So to recap, there are two distinct Keynesian concepts of a recession. You can have a situation in which the companies who carry out investmenta don't want to invest because they don't expect the demand to be there for their products, whatever the supply of capital. And you can have a situation in which savers don't want to carry out investmentb because they don't expect any investmenta plans to be successful, whatever the demand for capital. Note that in both cases, the imbalance turns into a problem because a proportion of the population is employed in producing goods the consumption of which is unrelated to current income, because they are capital goods whose utility depends on perceptions of future income and consumption. If those perceptions get out of line in the economy, then the market for capital goods has some buyers who either can't (for lack of finance) or don't want to buy them, and there will be a negative income shock to the producers of those capital goods which is not offset by a positive income shock elsewhere.

So, is the Bush plan stimulative? Well, it frankly depends on what sort of a recession we are looking at. The plan under discussion would subsidise the supply of capital, by reducing a tax on the activity of investmentb. That might conceivably help matters if we were in a situation in which the problem was a liquidity trap; it's effectively a subsidy from the government which you only get if you invest in illiquid assets. But I personally don't believe that this is a reasonable characterisation of the US or world economy at the moment; I don't think that what is holding the economy back is a shortage of financing. If the problem in the economy is that the corporate sector is unable to digest the last big investment it made and can't see any profitable new investments at all, then reducing the cost of capital isn't necessarily going to help matters. The prescription for that kind of situation would be to do something to stimulate demand. Which we've already established that a dividend cut will do, but probably not enough ....




Endnote: The probability that I've got those superscript a's and b's right is pretty small. If anyone notices a wrong 'un, give us a shout in the comments section?

1 comments this item posted by the management 1/07/2003 09:12:00 AM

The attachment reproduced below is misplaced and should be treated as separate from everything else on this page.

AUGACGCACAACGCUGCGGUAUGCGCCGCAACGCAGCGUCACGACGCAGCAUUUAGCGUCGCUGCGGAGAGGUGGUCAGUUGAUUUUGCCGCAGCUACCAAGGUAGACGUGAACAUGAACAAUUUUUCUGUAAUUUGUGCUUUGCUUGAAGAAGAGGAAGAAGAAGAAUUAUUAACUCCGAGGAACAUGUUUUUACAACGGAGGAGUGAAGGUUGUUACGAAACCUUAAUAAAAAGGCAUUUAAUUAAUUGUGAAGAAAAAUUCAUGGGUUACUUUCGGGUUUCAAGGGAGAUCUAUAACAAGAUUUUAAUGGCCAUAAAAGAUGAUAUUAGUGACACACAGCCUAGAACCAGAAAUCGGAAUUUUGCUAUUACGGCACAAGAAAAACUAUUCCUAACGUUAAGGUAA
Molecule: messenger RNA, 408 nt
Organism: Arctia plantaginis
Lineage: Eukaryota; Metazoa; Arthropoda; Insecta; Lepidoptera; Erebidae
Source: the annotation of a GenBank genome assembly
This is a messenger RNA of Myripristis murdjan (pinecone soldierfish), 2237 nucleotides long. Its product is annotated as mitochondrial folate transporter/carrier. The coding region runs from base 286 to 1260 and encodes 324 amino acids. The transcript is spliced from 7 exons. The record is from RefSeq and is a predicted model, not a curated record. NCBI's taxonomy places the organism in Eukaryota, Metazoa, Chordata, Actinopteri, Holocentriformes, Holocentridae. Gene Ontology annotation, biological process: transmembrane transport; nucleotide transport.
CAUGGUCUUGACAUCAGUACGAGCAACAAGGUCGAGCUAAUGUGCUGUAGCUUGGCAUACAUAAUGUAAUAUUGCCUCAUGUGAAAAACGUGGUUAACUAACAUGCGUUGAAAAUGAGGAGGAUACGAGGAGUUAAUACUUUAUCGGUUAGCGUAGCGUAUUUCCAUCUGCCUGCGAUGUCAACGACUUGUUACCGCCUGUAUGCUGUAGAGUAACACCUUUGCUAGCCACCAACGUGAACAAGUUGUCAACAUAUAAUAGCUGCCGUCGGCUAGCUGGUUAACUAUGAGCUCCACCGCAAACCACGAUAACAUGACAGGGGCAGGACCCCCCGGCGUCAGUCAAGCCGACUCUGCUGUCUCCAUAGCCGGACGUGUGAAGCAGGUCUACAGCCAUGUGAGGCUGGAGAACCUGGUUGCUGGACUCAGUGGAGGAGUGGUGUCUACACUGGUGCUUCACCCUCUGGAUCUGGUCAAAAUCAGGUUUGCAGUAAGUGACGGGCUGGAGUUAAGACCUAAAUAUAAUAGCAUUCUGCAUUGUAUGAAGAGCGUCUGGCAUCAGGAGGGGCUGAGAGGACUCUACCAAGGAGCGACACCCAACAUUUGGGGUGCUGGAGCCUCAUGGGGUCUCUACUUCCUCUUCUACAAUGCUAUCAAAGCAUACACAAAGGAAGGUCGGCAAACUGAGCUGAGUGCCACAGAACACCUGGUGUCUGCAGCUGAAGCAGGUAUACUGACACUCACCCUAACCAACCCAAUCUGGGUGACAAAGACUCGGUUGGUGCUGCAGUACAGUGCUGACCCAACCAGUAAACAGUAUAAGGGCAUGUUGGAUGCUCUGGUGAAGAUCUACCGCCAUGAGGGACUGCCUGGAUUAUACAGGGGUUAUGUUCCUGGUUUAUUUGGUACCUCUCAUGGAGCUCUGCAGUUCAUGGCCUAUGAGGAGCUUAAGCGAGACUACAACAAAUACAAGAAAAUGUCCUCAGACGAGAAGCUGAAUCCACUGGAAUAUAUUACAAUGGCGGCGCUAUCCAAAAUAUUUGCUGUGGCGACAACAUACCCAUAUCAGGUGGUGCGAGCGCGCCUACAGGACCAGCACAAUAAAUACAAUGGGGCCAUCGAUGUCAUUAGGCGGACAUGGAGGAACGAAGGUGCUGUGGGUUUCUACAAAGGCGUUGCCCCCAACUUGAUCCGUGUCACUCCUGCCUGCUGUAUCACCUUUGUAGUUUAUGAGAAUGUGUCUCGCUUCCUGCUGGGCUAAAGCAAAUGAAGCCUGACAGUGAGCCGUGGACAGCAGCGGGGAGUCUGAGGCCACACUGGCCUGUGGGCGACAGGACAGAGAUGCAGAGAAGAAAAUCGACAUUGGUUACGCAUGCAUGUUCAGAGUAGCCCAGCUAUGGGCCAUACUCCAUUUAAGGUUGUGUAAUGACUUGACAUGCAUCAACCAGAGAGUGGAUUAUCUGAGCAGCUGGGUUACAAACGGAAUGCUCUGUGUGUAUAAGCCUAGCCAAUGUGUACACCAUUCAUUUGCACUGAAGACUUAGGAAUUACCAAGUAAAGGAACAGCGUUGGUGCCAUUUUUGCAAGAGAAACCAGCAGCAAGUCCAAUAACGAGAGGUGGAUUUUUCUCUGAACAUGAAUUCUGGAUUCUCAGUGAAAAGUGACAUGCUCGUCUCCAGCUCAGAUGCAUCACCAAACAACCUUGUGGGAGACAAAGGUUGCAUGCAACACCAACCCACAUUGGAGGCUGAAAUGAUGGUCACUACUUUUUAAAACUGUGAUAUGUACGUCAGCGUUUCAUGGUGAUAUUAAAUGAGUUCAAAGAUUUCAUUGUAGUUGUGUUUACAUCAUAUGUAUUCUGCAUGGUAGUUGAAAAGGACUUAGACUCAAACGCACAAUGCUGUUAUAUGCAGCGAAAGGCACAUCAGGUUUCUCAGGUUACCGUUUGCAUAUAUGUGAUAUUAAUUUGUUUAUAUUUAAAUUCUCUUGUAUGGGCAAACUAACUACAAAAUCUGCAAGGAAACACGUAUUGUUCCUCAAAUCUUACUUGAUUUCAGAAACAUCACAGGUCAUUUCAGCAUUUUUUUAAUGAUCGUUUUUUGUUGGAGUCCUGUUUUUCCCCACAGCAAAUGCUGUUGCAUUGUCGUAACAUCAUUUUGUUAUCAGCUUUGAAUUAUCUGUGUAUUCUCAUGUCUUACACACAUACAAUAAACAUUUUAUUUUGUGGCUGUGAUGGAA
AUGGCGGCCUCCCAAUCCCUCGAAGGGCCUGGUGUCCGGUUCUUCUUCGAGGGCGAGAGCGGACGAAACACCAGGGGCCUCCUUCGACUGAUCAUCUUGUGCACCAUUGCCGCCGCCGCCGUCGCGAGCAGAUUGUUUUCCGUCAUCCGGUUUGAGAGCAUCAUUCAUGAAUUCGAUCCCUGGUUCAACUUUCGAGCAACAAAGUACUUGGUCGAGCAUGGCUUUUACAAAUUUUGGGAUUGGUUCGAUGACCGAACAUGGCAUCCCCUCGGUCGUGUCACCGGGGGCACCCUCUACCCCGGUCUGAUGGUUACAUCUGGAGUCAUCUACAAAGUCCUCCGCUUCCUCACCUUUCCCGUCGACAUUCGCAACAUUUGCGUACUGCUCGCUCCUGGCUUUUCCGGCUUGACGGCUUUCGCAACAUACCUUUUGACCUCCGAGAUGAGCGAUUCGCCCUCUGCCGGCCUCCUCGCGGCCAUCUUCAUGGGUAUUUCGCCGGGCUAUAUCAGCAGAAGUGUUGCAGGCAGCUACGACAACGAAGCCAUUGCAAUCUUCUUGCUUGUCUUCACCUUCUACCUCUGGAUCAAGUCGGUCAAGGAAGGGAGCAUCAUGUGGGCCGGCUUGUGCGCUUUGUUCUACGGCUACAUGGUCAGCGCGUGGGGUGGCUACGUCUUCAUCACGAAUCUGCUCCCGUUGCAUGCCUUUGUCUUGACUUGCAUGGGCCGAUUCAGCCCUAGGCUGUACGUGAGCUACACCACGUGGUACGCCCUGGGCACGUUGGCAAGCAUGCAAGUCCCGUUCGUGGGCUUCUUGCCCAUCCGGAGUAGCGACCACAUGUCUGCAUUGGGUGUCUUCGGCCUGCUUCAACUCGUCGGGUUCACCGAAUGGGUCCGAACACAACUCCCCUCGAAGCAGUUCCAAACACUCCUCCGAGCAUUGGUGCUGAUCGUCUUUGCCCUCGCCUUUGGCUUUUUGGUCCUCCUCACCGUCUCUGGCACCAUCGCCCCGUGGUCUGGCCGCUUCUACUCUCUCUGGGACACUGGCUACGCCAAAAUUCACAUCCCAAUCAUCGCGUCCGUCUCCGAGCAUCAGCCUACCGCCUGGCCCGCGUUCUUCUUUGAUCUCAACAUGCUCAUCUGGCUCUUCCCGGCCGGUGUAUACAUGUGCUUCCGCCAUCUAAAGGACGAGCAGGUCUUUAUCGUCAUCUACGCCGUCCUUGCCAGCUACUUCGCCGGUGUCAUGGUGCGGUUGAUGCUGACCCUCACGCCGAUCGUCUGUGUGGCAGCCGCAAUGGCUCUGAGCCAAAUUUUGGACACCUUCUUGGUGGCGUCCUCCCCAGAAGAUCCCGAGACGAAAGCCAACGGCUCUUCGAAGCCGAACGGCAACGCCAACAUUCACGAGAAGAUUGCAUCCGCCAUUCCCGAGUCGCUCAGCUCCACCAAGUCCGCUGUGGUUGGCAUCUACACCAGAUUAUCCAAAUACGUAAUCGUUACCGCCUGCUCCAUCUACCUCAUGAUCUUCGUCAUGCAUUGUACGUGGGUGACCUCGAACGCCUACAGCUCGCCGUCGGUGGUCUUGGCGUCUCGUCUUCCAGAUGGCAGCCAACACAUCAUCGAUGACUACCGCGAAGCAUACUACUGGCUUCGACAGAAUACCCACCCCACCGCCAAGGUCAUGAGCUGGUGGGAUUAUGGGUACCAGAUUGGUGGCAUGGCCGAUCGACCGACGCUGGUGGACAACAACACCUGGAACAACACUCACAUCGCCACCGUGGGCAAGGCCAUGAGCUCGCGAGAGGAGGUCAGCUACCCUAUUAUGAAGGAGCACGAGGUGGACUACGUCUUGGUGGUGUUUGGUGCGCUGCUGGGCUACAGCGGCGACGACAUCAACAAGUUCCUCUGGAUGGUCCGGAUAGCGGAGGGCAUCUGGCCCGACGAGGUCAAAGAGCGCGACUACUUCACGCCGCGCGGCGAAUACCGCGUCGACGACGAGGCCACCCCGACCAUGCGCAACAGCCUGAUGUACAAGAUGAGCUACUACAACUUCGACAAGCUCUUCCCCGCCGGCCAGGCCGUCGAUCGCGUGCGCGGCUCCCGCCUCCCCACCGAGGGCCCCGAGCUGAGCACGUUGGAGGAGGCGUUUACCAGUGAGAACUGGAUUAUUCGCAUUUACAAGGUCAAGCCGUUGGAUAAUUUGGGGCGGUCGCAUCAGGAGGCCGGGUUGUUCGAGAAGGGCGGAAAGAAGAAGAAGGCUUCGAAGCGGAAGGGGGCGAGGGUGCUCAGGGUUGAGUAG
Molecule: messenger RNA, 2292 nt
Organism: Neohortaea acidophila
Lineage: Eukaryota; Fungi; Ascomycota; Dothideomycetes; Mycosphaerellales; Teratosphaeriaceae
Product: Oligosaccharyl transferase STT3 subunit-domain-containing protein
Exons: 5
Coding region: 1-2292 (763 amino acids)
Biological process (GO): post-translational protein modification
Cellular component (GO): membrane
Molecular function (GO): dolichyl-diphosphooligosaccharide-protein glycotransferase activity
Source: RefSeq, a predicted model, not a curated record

Monday, January 06, 2003

 
Back on the DHSS

I'm following some of the discussions on tort reform and the spiralling cost of medical malpractice insurance in the USA with interest. One point that I don't think anyone's made so far is that, whatever you do, it's not possible to legislate economic losses out of existence. All that you can do is to ensure, via tort reform or similar methods, that the cost of medical malpractice falls on the victims, as individuals, rather than on the medical profession. This strikes me as rather inequitable but thinking about it, I don't see any solution to the problem which wouldn't involve unrealistically far-ranging changes to the kind of society that the USA is. My analysis ...

On the basis of cursory examination of the literature, admittedly mainly cribbed from "Asymmetrical Information", it seems that the problem with respect to medical malpractice awards is, in large part, the cost of awards made in the US court system for "economic damages"; in other words, lost earnings. If one wanted to be cynical and unpleasant about this, not to mention pretty swinishly sexist to boot, one would say that the stereotype American malpractice case is one of a fairly typical obstetric complication of the kind that goes wrong all the time through no particular fault of anybody's, which is blown up into a multimillion dollar settlement because the mother swears blind that, but for this calamity which has befallen her new child, she would have continued in her prepartum career as a high-flying middle manager until the age of 60, and should be awarded economic damages comensurately. The actual "tort reform" crowd (see my earlier post on "pension reform" for my views on the word "reform" as a danger sign) would also engage in some fairly moronic populist lawyer-baiting, but since I don't believe that juries are any less reasonable in jury rooms than in their normal lives, I'll pass on that.